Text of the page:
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Après in Norway

Post-game beer in the land of reindeer.
By Brigid Mander
posted: 05/13/2012
ApresinNorway_TH_2012

The reindeer head, the one hanging from the ski rack, is staring at us. Our gaze meets from the street outside a bar in tiny, isolated, Lyngseidet, Norway. Skis plus a reindeer head seem inviting enough, so we climb the stairs, and step inside the Stigen Café. We meet a blast of bright ski clothes, a flurry of languages, and a room full of smiling skiers.

Above the Arctic Circle, all day, people venture out, climbing and skiing the seemingly endless selection of peaks. They gather here at the Stigen for beer, sustenance, powder stories, and to escape the isolation of Norway’s Arctic landscape.

We order a couple of Mack beers, brewed in nearby Troms­ø, and settle in by the café’s small fireplace. Before long, we meet the owners, Patrik and his wife Henrika, who float around checking on people. Conversation brings local beta on conditions from an ex-Exum guide turned engineer on a Norwegian oilrig. Next we chat about the snow and classic Lyngen ski lines with backcountry skiers from all over Europe. 

We came to this tiny Arctic hamlet in the midst of an expedition with Boreal Yachting. By using a 46-foot yacht we can reach inaccessible peaks and couloirs from the beach, climb them, and ski May powder back down above sparkling fjords. Sebastian—one of the crew—recommended this hub of arctic activity to us. It’s easy to see why.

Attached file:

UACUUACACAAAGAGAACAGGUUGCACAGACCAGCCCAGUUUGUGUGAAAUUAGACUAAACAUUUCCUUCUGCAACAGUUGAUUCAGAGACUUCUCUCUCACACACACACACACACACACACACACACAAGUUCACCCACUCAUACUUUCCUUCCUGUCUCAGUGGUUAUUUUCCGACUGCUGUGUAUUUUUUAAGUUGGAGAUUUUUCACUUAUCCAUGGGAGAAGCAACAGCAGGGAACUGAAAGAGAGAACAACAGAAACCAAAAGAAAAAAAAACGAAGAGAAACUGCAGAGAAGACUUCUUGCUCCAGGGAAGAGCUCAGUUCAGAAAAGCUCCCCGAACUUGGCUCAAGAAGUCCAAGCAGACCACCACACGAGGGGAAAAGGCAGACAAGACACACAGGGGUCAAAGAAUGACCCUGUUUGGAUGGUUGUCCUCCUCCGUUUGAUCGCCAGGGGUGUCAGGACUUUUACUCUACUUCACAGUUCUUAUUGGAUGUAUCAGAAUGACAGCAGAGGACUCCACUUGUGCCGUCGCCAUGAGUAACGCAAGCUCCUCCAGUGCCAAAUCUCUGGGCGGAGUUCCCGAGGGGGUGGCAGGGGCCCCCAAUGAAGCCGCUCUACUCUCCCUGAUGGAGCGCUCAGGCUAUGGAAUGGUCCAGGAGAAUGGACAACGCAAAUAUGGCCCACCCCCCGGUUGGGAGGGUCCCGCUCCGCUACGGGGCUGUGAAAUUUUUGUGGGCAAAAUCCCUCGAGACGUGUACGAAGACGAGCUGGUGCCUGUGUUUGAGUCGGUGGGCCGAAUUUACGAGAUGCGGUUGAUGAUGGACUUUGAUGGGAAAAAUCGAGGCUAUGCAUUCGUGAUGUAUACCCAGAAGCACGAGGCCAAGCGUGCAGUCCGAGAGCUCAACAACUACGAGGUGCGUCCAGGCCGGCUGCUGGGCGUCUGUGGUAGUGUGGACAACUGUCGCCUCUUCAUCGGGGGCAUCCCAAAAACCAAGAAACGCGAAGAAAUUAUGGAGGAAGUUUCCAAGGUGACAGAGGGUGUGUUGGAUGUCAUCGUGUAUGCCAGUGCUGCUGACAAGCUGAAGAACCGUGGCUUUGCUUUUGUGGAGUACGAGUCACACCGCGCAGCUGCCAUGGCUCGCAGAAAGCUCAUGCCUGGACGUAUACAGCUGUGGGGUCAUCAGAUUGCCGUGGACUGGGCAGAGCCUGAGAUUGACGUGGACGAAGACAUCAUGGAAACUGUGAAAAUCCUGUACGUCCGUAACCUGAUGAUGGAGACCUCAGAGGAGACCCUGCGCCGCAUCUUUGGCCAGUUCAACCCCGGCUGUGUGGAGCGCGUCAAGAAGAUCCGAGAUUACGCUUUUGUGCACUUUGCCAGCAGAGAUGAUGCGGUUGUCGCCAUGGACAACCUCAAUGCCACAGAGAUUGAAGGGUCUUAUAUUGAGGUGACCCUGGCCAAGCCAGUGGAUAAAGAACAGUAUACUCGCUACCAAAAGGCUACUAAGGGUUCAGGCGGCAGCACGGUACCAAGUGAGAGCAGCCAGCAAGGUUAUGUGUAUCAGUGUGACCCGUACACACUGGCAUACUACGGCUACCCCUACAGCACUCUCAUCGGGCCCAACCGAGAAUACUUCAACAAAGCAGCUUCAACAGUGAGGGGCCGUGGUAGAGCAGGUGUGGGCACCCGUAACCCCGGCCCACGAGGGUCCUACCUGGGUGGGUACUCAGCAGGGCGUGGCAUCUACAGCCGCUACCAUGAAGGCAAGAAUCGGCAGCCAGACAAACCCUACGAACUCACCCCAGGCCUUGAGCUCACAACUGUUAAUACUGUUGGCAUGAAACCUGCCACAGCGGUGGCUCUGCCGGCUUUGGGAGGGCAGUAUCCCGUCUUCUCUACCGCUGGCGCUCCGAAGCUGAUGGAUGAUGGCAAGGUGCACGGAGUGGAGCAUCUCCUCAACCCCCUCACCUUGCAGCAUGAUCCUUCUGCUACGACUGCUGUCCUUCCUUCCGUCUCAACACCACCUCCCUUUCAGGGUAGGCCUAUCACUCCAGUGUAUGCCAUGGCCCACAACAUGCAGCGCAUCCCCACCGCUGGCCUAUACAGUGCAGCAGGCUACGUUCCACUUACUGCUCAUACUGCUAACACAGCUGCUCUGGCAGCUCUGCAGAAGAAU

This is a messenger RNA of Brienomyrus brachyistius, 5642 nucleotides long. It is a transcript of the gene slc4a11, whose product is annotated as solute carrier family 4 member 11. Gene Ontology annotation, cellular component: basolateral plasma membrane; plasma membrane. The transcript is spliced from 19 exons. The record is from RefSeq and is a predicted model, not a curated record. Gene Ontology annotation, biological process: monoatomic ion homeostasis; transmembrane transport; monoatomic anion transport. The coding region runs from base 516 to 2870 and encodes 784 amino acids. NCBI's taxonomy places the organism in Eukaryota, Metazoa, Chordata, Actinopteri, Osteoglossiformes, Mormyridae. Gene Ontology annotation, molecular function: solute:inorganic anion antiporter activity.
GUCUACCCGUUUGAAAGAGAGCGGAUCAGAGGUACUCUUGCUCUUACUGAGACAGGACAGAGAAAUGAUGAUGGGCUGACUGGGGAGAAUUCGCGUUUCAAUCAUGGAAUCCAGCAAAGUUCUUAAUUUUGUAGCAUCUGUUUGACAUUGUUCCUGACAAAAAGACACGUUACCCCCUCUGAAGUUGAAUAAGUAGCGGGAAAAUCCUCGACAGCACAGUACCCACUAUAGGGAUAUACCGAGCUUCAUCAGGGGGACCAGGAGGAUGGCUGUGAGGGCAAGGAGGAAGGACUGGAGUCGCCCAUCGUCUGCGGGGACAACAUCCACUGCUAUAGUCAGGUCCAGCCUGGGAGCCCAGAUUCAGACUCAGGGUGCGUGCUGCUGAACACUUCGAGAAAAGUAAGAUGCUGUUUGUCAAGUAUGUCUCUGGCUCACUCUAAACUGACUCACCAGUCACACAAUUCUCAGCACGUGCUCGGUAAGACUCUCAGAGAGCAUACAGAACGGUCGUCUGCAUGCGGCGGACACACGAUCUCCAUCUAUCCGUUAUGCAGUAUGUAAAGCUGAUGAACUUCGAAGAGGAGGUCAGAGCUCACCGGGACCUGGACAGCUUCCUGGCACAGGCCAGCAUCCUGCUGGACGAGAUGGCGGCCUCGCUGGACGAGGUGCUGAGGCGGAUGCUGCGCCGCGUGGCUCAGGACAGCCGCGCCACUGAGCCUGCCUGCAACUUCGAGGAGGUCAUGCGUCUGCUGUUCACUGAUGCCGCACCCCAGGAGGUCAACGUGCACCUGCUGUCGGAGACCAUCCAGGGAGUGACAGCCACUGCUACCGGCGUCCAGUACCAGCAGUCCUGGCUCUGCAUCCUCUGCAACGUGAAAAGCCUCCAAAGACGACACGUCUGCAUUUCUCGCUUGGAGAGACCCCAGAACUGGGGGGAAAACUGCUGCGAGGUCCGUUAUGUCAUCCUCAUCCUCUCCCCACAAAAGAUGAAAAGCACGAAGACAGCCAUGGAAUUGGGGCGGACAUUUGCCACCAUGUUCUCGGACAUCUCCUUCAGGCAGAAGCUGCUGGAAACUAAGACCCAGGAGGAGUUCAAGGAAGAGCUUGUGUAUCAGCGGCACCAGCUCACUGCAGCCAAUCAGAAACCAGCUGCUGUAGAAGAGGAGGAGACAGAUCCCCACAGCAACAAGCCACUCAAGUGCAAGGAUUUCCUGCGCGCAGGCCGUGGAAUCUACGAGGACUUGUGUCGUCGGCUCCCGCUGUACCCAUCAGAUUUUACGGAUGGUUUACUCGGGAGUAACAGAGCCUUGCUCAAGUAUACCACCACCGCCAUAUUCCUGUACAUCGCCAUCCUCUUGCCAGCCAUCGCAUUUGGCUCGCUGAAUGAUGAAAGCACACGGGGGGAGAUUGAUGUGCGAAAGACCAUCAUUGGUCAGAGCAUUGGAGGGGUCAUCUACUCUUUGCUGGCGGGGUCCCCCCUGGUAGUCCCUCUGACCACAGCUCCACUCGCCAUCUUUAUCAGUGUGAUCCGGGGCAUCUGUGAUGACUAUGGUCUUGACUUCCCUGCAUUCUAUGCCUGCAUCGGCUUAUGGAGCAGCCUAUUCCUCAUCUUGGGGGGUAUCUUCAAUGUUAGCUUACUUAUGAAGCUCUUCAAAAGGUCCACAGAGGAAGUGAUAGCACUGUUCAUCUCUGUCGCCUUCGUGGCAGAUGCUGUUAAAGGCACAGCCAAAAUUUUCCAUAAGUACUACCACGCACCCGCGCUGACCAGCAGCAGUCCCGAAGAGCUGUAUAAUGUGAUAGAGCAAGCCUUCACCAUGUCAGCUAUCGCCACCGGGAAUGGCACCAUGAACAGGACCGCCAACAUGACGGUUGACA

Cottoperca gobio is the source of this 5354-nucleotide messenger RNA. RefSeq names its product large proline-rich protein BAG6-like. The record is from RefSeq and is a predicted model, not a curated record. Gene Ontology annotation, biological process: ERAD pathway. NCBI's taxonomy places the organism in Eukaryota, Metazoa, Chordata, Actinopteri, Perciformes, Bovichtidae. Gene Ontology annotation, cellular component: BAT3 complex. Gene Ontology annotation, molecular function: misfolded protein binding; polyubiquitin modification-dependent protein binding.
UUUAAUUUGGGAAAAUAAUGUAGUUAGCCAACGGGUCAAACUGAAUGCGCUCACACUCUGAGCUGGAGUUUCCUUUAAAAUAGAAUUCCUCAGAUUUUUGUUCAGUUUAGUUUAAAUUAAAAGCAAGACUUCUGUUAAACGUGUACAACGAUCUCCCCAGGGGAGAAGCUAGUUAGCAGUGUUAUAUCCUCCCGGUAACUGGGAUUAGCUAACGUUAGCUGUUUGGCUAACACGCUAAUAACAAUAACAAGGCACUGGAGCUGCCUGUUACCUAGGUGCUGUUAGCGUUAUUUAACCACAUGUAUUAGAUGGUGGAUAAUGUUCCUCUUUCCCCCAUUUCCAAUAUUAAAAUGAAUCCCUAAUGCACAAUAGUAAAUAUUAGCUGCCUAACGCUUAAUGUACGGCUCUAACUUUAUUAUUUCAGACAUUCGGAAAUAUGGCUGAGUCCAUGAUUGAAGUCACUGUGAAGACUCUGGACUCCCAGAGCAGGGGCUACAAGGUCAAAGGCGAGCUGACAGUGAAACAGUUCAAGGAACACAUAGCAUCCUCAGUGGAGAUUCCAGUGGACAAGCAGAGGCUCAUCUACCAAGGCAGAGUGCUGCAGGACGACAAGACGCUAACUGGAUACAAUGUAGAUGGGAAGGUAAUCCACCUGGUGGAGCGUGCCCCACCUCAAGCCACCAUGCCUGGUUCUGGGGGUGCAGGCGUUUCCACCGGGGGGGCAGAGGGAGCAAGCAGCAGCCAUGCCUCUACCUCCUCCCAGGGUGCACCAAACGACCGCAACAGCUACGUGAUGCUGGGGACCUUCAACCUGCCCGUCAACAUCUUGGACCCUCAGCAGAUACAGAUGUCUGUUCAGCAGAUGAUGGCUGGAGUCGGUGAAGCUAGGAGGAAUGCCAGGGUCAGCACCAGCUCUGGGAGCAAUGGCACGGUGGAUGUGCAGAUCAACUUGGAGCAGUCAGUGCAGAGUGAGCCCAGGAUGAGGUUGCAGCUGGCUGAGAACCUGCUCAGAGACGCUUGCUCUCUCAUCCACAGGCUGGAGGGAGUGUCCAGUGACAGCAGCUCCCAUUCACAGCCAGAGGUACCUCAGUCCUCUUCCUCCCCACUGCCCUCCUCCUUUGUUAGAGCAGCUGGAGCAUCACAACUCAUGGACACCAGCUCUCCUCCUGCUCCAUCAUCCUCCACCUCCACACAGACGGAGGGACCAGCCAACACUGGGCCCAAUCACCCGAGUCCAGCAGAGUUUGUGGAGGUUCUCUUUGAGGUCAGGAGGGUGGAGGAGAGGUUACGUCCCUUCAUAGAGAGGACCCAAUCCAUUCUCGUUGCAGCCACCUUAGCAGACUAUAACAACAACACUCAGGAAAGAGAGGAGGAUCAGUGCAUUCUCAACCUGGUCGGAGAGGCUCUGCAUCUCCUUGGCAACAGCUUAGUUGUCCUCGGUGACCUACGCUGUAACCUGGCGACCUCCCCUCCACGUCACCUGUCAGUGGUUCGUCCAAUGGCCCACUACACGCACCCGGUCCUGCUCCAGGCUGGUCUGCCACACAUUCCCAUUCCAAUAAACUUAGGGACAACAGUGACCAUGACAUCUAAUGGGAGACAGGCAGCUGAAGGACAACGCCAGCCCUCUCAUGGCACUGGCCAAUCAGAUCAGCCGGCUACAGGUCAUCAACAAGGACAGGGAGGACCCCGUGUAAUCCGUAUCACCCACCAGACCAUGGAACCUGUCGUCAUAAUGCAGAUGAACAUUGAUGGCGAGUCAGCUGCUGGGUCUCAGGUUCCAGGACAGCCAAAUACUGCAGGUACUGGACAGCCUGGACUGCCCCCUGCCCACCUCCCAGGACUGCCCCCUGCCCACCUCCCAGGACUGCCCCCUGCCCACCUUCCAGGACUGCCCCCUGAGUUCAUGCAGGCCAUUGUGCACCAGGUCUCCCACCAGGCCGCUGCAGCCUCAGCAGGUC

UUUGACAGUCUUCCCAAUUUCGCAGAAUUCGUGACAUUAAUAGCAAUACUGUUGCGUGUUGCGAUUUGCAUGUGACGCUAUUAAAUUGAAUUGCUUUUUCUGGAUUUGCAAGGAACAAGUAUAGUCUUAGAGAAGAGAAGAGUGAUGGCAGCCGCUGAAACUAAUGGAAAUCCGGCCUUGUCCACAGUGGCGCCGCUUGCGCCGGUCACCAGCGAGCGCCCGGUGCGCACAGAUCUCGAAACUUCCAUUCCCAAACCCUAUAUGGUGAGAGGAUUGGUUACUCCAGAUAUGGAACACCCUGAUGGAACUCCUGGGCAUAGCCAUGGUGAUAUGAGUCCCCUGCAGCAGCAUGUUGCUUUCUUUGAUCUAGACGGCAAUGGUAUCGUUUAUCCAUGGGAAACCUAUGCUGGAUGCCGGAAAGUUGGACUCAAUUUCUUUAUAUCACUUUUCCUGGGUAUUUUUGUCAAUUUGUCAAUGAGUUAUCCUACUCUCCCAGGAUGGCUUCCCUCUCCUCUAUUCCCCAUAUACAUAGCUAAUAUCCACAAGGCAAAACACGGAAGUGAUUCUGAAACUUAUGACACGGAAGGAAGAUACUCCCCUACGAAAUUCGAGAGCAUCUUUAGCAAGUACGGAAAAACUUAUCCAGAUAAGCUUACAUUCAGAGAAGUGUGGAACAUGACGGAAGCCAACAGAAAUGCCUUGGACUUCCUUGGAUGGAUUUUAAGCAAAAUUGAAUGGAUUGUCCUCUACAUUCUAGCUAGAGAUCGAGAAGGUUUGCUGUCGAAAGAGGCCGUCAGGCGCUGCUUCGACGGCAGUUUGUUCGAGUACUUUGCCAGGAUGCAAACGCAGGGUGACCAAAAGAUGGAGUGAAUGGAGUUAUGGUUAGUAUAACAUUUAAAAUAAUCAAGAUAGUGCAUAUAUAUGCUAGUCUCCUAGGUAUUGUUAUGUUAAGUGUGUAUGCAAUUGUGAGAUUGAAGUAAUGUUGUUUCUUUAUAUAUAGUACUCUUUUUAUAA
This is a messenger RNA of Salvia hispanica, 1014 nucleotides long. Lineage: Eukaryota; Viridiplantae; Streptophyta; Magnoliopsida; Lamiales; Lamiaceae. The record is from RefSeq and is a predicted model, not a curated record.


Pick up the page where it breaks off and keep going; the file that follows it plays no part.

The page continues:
It’s a surprise in a town so small and sleepy, we quickly passed through it this morning, walking from the dock to a snowy trailhead. It doesn’t seem like a place to stay and explore. Here it is though—a short walk up the hill to the Magic Mountain Lodge—complete with beer and après-ski action.

It’s a worthwhile excursion. The happy excitement of the guests and after-ski crew is palpable, and almost the same après scene as anywhere else. Everyone is mingling, exchanging information on where they skied, avalanche observations, and the conditions on different peaks. Almost, but not quite—one glance out the window fixes that. We can barely tear ourselves away after a few hours. It’s not often you have to push yourself to return to a new, 46-foot yacht.

Consolation is sweet, however. Next we sail to the island of Uløya to climb powdery peaks, and ski in ethereal light. But we can’t forget the impression Magic Mountain Lodge had made—the next trip to Norway will warrant more than just a few hours.

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